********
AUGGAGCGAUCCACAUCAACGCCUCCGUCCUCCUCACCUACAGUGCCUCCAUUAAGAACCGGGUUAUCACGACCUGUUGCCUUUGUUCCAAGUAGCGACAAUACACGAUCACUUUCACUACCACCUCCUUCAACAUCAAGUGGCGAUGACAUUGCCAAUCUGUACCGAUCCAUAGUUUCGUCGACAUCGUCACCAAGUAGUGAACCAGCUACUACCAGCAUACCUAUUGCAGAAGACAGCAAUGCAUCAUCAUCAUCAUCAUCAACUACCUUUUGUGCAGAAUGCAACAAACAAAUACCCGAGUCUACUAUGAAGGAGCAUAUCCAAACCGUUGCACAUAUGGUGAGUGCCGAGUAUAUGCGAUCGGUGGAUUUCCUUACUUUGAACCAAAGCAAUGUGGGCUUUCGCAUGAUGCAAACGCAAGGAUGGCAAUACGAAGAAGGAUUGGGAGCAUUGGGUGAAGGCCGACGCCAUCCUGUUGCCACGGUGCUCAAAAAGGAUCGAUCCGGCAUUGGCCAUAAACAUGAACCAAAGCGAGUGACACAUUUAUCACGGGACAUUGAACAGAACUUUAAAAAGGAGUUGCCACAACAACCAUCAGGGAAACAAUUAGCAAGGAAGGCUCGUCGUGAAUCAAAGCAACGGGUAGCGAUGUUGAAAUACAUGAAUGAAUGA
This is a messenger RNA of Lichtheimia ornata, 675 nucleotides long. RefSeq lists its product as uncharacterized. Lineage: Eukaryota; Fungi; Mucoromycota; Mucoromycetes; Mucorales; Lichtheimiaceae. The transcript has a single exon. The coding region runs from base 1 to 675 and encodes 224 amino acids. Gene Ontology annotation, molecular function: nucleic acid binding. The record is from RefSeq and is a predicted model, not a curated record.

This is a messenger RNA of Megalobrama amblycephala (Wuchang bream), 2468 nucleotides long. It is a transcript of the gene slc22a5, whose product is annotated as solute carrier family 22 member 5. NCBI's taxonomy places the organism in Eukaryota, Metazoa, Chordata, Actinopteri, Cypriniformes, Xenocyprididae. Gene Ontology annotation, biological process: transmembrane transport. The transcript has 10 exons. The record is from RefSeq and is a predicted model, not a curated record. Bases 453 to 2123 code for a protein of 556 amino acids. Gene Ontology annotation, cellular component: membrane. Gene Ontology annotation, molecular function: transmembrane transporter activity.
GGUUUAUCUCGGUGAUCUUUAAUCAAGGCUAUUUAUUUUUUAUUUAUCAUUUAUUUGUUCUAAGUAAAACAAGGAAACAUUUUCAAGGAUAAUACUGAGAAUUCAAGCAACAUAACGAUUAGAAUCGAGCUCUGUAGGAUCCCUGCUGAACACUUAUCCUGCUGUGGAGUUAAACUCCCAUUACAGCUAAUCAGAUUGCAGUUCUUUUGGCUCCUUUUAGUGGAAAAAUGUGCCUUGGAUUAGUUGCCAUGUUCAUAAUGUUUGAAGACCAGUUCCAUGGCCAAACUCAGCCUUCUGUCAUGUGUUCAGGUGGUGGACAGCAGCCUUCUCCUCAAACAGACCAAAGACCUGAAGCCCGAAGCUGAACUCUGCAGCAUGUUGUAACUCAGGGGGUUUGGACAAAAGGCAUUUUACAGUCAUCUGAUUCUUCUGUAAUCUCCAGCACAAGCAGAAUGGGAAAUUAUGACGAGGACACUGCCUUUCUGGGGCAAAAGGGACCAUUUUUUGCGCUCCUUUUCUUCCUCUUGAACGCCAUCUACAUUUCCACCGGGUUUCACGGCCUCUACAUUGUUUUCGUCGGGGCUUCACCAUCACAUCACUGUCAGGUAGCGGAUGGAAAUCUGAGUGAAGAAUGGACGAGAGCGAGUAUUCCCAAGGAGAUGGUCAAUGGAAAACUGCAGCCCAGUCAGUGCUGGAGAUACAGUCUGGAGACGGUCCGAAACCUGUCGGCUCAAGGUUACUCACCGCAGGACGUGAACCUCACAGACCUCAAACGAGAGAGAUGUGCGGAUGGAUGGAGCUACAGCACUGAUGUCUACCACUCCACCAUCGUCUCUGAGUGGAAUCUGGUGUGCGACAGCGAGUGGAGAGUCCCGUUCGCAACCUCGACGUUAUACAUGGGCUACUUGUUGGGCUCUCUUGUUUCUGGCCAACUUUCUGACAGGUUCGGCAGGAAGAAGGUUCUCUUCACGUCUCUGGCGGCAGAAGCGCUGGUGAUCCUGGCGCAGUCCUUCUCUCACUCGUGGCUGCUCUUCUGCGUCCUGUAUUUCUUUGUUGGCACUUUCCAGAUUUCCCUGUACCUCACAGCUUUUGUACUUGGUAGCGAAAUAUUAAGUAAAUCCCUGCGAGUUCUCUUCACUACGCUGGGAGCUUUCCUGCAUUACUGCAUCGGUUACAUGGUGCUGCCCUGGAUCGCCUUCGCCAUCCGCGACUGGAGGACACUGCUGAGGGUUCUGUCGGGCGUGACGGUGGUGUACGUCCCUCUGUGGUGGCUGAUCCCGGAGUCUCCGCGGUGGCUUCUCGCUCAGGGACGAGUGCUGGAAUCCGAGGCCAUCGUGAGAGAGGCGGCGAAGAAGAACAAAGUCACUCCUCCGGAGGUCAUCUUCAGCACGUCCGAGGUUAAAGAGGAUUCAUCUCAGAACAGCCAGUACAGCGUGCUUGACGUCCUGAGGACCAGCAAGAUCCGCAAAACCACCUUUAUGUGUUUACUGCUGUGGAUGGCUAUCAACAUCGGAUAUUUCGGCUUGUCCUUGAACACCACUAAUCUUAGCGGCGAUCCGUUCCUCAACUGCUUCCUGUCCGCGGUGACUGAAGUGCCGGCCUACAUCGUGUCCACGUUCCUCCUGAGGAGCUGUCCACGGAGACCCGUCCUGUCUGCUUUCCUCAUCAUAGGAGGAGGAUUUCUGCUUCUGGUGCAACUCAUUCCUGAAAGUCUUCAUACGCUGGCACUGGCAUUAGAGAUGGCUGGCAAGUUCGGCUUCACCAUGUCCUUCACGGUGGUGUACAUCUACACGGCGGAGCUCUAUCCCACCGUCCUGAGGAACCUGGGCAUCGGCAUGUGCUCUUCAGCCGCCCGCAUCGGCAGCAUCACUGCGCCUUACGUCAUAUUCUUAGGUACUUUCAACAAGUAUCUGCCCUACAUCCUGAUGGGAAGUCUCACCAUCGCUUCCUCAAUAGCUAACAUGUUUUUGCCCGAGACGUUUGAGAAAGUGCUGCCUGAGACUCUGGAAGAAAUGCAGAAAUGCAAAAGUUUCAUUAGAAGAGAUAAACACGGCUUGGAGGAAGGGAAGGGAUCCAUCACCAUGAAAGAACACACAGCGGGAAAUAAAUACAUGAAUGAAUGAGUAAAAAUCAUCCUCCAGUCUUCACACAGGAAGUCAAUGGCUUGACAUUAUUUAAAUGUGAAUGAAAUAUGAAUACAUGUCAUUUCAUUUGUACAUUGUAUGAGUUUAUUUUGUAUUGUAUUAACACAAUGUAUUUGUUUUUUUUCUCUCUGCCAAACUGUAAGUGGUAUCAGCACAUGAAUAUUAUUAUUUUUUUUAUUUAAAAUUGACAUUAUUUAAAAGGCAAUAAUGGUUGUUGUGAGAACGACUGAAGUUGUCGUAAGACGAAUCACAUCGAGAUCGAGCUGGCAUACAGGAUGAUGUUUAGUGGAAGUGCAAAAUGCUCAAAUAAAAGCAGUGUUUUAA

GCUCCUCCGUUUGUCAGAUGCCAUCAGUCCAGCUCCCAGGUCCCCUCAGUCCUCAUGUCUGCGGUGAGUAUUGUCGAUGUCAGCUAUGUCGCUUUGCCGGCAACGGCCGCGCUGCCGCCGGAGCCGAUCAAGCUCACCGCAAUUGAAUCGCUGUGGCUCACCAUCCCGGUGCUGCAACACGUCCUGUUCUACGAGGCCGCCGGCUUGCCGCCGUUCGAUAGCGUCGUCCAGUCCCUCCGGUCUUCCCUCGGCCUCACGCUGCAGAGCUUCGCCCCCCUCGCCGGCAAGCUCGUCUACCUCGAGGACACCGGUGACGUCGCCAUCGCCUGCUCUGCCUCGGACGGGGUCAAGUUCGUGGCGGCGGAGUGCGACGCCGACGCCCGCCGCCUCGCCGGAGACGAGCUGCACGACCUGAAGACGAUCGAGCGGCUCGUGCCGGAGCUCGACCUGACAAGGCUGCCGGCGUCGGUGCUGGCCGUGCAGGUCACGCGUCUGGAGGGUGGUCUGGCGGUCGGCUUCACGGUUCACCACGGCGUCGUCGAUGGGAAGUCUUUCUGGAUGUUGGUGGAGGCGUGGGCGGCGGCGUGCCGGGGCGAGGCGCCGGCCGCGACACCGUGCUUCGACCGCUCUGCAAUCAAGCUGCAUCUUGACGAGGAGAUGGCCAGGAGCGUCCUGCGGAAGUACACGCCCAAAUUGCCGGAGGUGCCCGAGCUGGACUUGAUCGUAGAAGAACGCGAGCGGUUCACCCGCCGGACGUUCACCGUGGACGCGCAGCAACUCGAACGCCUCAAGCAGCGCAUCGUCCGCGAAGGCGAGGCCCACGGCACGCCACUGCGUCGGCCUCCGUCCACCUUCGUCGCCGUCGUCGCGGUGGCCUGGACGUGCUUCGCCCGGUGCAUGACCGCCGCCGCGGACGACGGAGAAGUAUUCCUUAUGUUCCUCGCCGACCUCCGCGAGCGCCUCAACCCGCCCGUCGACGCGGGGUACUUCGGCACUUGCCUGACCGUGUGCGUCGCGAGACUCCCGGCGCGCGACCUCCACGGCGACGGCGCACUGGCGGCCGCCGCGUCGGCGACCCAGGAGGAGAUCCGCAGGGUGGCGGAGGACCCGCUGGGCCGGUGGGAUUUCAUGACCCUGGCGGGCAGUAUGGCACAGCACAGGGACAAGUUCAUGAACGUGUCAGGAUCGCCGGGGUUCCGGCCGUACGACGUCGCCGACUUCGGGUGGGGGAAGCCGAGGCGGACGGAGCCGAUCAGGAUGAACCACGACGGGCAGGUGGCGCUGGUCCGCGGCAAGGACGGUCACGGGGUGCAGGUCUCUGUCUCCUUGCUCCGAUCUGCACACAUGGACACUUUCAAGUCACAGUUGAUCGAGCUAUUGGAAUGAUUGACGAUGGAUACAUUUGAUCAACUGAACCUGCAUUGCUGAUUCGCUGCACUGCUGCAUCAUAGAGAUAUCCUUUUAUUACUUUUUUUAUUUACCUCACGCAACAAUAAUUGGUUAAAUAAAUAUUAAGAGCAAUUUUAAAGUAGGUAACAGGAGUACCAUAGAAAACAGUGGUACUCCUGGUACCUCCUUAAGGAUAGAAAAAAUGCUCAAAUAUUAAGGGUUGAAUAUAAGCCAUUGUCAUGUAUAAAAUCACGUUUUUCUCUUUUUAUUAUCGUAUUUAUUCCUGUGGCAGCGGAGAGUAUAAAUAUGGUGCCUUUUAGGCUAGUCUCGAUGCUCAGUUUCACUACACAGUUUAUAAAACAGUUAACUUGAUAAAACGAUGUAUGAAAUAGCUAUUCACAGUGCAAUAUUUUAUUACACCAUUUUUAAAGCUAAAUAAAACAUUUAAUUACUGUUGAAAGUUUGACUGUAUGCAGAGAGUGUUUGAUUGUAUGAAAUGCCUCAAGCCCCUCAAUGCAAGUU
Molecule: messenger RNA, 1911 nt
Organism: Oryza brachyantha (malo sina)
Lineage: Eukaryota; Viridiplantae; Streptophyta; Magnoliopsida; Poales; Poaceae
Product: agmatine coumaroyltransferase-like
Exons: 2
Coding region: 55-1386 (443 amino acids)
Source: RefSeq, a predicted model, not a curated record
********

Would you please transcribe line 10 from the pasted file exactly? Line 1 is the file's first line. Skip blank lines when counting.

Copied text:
Exons: 2